GC content partly predicted 2 or more RNA polymerases in eukaryotes??
I'm reading in my molecular biology book by Robert Weaver, reading about the eukaryot RNA polymerase. This is a book which uses a fair amount of its time on the experiments which lead to the knowledge presented. It starts out with 3 reasons for why there probably should be at least 2 RNA polymerase:
(and we all know that there is 3 nuclear RNA polymerases, at least that is what I'm told ;))
"...(1) They have a different base composition from that of other nuclear genes. For example, rat rRNA genes have a GC content of 60%, but the rest of the DNA has a GC content of 40 %"
the two others are that the rRNA genes is unusually repetitive and that they are in different compartments (nucleolus and nucleoplasm).
I'm not sure I understand why the different GC content lead to believe that there are more than one RNA polymerase. Is it because the different polymerases are optimized for different GC content (although I don't know how that mechanism would work, I would love to know it) or something completely different?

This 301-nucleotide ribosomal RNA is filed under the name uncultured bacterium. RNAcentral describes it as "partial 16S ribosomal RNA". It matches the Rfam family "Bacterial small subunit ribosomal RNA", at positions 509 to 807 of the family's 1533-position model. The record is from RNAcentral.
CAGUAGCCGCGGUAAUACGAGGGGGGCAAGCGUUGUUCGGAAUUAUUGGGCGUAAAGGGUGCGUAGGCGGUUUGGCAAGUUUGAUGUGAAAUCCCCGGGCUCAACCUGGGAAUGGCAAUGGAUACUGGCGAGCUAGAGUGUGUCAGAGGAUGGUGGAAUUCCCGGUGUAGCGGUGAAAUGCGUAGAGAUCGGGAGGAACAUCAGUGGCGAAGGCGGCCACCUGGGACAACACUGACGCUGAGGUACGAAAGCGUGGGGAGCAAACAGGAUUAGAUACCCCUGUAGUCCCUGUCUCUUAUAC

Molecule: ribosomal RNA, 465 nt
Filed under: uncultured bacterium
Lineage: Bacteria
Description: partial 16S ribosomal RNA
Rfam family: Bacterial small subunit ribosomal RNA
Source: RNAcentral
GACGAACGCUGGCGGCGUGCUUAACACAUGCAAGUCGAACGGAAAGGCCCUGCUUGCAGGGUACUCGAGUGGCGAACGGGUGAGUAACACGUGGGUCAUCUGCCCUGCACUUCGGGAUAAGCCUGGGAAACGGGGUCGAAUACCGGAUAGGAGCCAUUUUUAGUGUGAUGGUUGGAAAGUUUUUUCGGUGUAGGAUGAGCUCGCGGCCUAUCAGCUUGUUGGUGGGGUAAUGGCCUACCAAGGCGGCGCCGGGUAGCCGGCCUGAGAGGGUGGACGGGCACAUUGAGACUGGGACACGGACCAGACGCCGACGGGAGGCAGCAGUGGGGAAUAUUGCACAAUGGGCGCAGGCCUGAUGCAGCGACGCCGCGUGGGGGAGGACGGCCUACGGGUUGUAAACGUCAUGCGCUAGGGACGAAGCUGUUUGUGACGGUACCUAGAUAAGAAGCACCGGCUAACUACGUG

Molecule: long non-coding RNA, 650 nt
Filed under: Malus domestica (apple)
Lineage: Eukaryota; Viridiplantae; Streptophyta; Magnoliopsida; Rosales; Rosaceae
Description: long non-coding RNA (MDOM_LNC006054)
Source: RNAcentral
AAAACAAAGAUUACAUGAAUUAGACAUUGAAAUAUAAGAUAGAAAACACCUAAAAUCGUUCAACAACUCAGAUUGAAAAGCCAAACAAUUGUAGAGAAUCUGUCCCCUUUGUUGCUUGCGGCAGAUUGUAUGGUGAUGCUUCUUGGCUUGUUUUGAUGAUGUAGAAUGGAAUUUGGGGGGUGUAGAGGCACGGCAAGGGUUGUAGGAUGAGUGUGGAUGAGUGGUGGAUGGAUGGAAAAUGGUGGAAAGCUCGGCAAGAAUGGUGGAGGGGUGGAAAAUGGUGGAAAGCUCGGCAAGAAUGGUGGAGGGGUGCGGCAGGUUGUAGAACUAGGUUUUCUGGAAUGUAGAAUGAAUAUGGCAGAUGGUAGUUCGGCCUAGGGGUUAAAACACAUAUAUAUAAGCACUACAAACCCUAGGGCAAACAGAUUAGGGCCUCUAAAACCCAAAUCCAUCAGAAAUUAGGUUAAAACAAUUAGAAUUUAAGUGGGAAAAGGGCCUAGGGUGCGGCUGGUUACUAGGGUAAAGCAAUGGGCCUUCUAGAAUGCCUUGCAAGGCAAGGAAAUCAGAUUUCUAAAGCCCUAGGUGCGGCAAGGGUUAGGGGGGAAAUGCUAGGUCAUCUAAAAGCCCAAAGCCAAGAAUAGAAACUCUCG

Hope you can help me :)
Re: GC content partly predicted 2 or more RNA polymerases in eukaryotes??
Hope u can find what u want...
wish all the best to ur new book
|All times are GMT. The time now is 03:15 AM.|
Powered by vBulletin® Version 3.8.4
Copyright ©2000 - 2013, Jelsoft Enterprises Ltd.
Copyright 2005 - 2012 Molecular Station | All Rights Reserved